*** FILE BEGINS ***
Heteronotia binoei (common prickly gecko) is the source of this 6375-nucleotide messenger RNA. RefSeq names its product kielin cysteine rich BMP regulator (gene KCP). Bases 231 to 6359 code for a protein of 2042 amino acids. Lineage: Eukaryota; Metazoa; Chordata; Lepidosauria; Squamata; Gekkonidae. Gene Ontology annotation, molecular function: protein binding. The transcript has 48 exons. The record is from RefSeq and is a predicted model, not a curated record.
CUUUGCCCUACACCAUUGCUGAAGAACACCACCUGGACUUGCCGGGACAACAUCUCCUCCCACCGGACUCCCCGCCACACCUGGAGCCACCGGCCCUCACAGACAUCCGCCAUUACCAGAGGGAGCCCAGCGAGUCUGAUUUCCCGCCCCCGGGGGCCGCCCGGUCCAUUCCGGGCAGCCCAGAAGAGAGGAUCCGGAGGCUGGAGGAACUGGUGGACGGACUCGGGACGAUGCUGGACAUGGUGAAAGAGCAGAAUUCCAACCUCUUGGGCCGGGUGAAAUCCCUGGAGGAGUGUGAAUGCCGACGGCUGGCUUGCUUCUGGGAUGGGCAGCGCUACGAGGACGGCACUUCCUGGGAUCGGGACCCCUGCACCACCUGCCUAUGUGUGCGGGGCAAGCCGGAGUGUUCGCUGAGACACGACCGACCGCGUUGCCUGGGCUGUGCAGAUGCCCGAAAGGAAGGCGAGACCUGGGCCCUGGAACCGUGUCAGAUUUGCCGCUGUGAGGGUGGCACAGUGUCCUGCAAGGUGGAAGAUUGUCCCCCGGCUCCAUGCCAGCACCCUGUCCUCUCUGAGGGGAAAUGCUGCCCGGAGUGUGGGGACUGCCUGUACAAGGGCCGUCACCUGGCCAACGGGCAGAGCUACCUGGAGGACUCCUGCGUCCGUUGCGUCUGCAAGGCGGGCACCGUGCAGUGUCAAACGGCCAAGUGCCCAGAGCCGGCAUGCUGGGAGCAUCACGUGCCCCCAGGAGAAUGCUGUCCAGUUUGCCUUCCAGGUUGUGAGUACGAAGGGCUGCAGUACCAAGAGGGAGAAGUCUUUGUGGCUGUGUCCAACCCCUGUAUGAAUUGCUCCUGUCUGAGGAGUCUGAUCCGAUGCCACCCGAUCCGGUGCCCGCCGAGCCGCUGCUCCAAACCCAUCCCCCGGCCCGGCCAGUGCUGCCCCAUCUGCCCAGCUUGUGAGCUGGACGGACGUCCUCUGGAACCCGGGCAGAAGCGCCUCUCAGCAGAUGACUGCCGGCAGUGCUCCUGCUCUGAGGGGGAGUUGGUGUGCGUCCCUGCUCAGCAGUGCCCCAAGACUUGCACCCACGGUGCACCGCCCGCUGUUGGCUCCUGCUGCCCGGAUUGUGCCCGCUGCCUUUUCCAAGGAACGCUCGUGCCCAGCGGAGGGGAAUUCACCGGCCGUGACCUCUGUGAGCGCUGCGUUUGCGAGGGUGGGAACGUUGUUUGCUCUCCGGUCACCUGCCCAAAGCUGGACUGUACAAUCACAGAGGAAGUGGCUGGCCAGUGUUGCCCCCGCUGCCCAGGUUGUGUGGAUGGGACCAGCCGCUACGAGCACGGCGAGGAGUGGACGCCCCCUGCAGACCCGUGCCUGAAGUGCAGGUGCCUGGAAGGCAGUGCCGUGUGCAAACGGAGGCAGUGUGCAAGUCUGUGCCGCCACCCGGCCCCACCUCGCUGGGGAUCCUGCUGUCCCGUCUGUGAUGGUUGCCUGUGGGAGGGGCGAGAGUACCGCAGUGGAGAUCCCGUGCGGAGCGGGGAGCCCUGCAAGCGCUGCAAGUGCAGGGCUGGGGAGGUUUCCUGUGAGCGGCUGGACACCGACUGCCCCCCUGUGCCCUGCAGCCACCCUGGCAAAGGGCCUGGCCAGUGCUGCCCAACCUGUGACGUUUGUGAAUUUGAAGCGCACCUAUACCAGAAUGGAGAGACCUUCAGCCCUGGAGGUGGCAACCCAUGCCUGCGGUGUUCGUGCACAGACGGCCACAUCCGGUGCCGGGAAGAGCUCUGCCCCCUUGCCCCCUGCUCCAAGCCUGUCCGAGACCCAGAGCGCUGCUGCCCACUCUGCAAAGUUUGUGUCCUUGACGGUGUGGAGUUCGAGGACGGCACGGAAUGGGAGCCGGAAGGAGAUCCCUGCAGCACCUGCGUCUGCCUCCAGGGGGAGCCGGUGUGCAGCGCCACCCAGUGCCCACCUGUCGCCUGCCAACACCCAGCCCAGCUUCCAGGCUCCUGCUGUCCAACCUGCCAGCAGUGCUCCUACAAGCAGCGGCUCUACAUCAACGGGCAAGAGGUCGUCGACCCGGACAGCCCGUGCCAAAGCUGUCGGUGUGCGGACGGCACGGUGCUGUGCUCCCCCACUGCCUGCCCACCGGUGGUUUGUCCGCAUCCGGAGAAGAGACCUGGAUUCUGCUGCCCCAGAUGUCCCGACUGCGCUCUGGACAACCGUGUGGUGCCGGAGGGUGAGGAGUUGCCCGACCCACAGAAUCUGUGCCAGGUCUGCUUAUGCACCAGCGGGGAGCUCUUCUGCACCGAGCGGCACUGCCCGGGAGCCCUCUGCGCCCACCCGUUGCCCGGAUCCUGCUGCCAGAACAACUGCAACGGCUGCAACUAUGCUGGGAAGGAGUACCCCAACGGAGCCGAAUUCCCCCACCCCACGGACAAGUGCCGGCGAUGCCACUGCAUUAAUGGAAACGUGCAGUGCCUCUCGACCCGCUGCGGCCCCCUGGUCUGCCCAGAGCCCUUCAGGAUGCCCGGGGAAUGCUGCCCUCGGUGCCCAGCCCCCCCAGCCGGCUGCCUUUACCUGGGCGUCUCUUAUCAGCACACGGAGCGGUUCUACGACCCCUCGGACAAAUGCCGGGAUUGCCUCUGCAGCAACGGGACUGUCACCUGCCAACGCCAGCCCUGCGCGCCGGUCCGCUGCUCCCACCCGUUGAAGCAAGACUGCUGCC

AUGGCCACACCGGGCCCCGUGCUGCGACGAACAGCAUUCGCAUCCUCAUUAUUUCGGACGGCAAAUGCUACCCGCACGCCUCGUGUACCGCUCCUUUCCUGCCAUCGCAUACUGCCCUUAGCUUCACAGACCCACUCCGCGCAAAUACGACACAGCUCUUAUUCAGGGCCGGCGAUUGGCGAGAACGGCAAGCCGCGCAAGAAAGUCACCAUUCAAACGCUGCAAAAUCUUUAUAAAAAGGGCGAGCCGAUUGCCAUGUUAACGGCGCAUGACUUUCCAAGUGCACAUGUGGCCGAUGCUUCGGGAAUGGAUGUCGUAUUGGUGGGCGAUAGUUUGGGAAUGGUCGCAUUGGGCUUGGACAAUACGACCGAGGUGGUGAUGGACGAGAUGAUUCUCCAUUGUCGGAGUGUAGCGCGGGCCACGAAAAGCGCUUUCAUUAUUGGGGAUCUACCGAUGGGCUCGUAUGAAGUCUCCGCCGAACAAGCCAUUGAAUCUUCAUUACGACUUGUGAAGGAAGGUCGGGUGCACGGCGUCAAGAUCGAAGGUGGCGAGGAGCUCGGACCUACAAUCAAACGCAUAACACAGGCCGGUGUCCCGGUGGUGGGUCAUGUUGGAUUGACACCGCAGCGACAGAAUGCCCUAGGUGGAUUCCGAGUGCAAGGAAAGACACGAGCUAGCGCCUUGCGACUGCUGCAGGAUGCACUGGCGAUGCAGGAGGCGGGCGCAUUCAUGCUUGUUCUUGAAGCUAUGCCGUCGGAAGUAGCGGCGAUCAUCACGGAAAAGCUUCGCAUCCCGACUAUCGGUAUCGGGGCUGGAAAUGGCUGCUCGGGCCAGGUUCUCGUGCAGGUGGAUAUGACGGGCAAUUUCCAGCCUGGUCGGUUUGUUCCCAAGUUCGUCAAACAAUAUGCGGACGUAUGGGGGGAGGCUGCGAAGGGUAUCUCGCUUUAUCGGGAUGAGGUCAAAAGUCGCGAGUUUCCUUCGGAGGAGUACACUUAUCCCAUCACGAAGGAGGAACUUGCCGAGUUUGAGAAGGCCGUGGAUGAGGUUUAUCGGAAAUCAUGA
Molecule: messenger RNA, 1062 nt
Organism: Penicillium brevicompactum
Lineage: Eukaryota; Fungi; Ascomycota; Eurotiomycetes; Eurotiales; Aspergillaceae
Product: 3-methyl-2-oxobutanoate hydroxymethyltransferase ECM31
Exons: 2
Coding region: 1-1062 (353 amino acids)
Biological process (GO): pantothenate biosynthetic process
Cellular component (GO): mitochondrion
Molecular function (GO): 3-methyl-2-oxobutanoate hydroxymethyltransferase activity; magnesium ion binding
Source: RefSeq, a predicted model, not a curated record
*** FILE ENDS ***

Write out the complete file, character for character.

Heteronotia binoei (common prickly gecko) is the source of this 6375-nucleotide messenger RNA. RefSeq names its product kielin cysteine rich BMP regulator (gene KCP). Bases 231 to 6359 code for a protein of 2042 amino acids. Lineage: Eukaryota; Metazoa; Chordata; Lepidosauria; Squamata; Gekkonidae. Gene Ontology annotation, molecular function: protein binding. The transcript has 48 exons. The record is from RefSeq and is a predicted model, not a curated record.
CUUUGCCCUACACCAUUGCUGAAGAACACCACCUGGACUUGCCGGGACAACAUCUCCUCCCACCGGACUCCCCGCCACACCUGGAGCCACCGGCCCUCACAGACAUCCGCCAUUACCAGAGGGAGCCCAGCGAGUCUGAUUUCCCGCCCCCGGGGGCCGCCCGGUCCAUUCCGGGCAGCCCAGAAGAGAGGAUCCGGAGGCUGGAGGAACUGGUGGACGGACUCGGGACGAUGCUGGACAUGGUGAAAGAGCAGAAUUCCAACCUCUUGGGCCGGGUGAAAUCCCUGGAGGAGUGUGAAUGCCGACGGCUGGCUUGCUUCUGGGAUGGGCAGCGCUACGAGGACGGCACUUCCUGGGAUCGGGACCCCUGCACCACCUGCCUAUGUGUGCGGGGCAAGCCGGAGUGUUCGCUGAGACACGACCGACCGCGUUGCCUGGGCUGUGCAGAUGCCCGAAAGGAAGGCGAGACCUGGGCCCUGGAACCGUGUCAGAUUUGCCGCUGUGAGGGUGGCACAGUGUCCUGCAAGGUGGAAGAUUGUCCCCCGGCUCCAUGCCAGCACCCUGUCCUCUCUGAGGGGAAAUGCUGCCCGGAGUGUGGGGACUGCCUGUACAAGGGCCGUCACCUGGCCAACGGGCAGAGCUACCUGGAGGACUCCUGCGUCCGUUGCGUCUGCAAGGCGGGCACCGUGCAGUGUCAAACGGCCAAGUGCCCAGAGCCGGCAUGCUGGGAGCAUCACGUGCCCCCAGGAGAAUGCUGUCCAGUUUGCCUUCCAGGUUGUGAGUACGAAGGGCUGCAGUACCAAGAGGGAGAAGUCUUUGUGGCUGUGUCCAACCCCUGUAUGAAUUGCUCCUGUCUGAGGAGUCUGAUCCGAUGCCACCCGAUCCGGUGCCCGCCGAGCCGCUGCUCCAAACCCAUCCCCCGGCCCGGCCAGUGCUGCCCCAUCUGCCCAGCUUGUGAGCUGGACGGACGUCCUCUGGAACCCGGGCAGAAGCGCCUCUCAGCAGAUGACUGCCGGCAGUGCUCCUGCUCUGAGGGGGAGUUGGUGUGCGUCCCUGCUCAGCAGUGCCCCAAGACUUGCACCCACGGUGCACCGCCCGCUGUUGGCUCCUGCUGCCCGGAUUGUGCCCGCUGCCUUUUCCAAGGAACGCUCGUGCCCAGCGGAGGGGAAUUCACCGGCCGUGACCUCUGUGAGCGCUGCGUUUGCGAGGGUGGGAACGUUGUUUGCUCUCCGGUCACCUGCCCAAAGCUGGACUGUACAAUCACAGAGGAAGUGGCUGGCCAGUGUUGCCCCCGCUGCCCAGGUUGUGUGGAUGGGACCAGCCGCUACGAGCACGGCGAGGAGUGGACGCCCCCUGCAGACCCGUGCCUGAAGUGCAGGUGCCUGGAAGGCAGUGCCGUGUGCAAACGGAGGCAGUGUGCAAGUCUGUGCCGCCACCCGGCCCCACCUCGCUGGGGAUCCUGCUGUCCCGUCUGUGAUGGUUGCCUGUGGGAGGGGCGAGAGUACCGCAGUGGAGAUCCCGUGCGGAGCGGGGAGCCCUGCAAGCGCUGCAAGUGCAGGGCUGGGGAGGUUUCCUGUGAGCGGCUGGACACCGACUGCCCCCCUGUGCCCUGCAGCCACCCUGGCAAAGGGCCUGGCCAGUGCUGCCCAACCUGUGACGUUUGUGAAUUUGAAGCGCACCUAUACCAGAAUGGAGAGACCUUCAGCCCUGGAGGUGGCAACCCAUGCCUGCGGUGUUCGUGCACAGACGGCCACAUCCGGUGCCGGGAAGAGCUCUGCCCCCUUGCCCCCUGCUCCAAGCCUGUCCGAGACCCAGAGCGCUGCUGCCCACUCUGCAAAGUUUGUGUCCUUGACGGUGUGGAGUUCGAGGACGGCACGGAAUGGGAGCCGGAAGGAGAUCCCUGCAGCACCUGCGUCUGCCUCCAGGGGGAGCCGGUGUGCAGCGCCACCCAGUGCCCACCUGUCGCCUGCCAACACCCAGCCCAGCUUCCAGGCUCCUGCUGUCCAACCUGCCAGCAGUGCUCCUACAAGCAGCGGCUCUACAUCAACGGGCAAGAGGUCGUCGACCCGGACAGCCCGUGCCAAAGCUGUCGGUGUGCGGACGGCACGGUGCUGUGCUCCCCCACUGCCUGCCCACCGGUGGUUUGUCCGCAUCCGGAGAAGAGACCUGGAUUCUGCUGCCCCAGAUGUCCCGACUGCGCUCUGGACAACCGUGUGGUGCCGGAGGGUGAGGAGUUGCCCGACCCACAGAAUCUGUGCCAGGUCUGCUUAUGCACCAGCGGGGAGCUCUUCUGCACCGAGCGGCACUGCCCGGGAGCCCUCUGCGCCCACCCGUUGCCCGGAUCCUGCUGCCAGAACAACUGCAACGGCUGCAACUAUGCUGGGAAGGAGUACCCCAACGGAGCCGAAUUCCCCCACCCCACGGACAAGUGCCGGCGAUGCCACUGCAUUAAUGGAAACGUGCAGUGCCUCUCGACCCGCUGCGGCCCCCUGGUCUGCCCAGAGCCCUUCAGGAUGCCCGGGGAAUGCUGCCCUCGGUGCCCAGCCCCCCCAGCCGGCUGCCUUUACCUGGGCGUCUCUUAUCAGCACACGGAGCGGUUCUACGACCCCUCGGACAAAUGCCGGGAUUGCCUCUGCAGCAACGGGACUGUCACCUGCCAACGCCAGCCCUGCGCGCCGGUCCGCUGCUCCCACCCGUUGAAGCAAGACUGCUGCC

AUGGCCACACCGGGCCCCGUGCUGCGACGAACAGCAUUCGCAUCCUCAUUAUUUCGGACGGCAAAUGCUACCCGCACGCCUCGUGUACCGCUCCUUUCCUGCCAUCGCAUACUGCCCUUAGCUUCACAGACCCACUCCGCGCAAAUACGACACAGCUCUUAUUCAGGGCCGGCGAUUGGCGAGAACGGCAAGCCGCGCAAGAAAGUCACCAUUCAAACGCUGCAAAAUCUUUAUAAAAAGGGCGAGCCGAUUGCCAUGUUAACGGCGCAUGACUUUCCAAGUGCACAUGUGGCCGAUGCUUCGGGAAUGGAUGUCGUAUUGGUGGGCGAUAGUUUGGGAAUGGUCGCAUUGGGCUUGGACAAUACGACCGAGGUGGUGAUGGACGAGAUGAUUCUCCAUUGUCGGAGUGUAGCGCGGGCCACGAAAAGCGCUUUCAUUAUUGGGGAUCUACCGAUGGGCUCGUAUGAAGUCUCCGCCGAACAAGCCAUUGAAUCUUCAUUACGACUUGUGAAGGAAGGUCGGGUGCACGGCGUCAAGAUCGAAGGUGGCGAGGAGCUCGGACCUACAAUCAAACGCAUAACACAGGCCGGUGUCCCGGUGGUGGGUCAUGUUGGAUUGACACCGCAGCGACAGAAUGCCCUAGGUGGAUUCCGAGUGCAAGGAAAGACACGAGCUAGCGCCUUGCGACUGCUGCAGGAUGCACUGGCGAUGCAGGAGGCGGGCGCAUUCAUGCUUGUUCUUGAAGCUAUGCCGUCGGAAGUAGCGGCGAUCAUCACGGAAAAGCUUCGCAUCCCGACUAUCGGUAUCGGGGCUGGAAAUGGCUGCUCGGGCCAGGUUCUCGUGCAGGUGGAUAUGACGGGCAAUUUCCAGCCUGGUCGGUUUGUUCCCAAGUUCGUCAAACAAUAUGCGGACGUAUGGGGGGAGGCUGCGAAGGGUAUCUCGCUUUAUCGGGAUGAGGUCAAAAGUCGCGAGUUUCCUUCGGAGGAGUACACUUAUCCCAUCACGAAGGAGGAACUUGCCGAGUUUGAGAAGGCCGUGGAUGAGGUUUAUCGGAAAUCAUGA
Molecule: messenger RNA, 1062 nt
Organism: Penicillium brevicompactum
Lineage: Eukaryota; Fungi; Ascomycota; Eurotiomycetes; Eurotiales; Aspergillaceae
Product: 3-methyl-2-oxobutanoate hydroxymethyltransferase ECM31
Exons: 2
Coding region: 1-1062 (353 amino acids)
Biological process (GO): pantothenate biosynthetic process
Cellular component (GO): mitochondrion
Molecular function (GO): 3-methyl-2-oxobutanoate hydroxymethyltransferase activity; magnesium ion binding
Source: RefSeq, a predicted model, not a curated record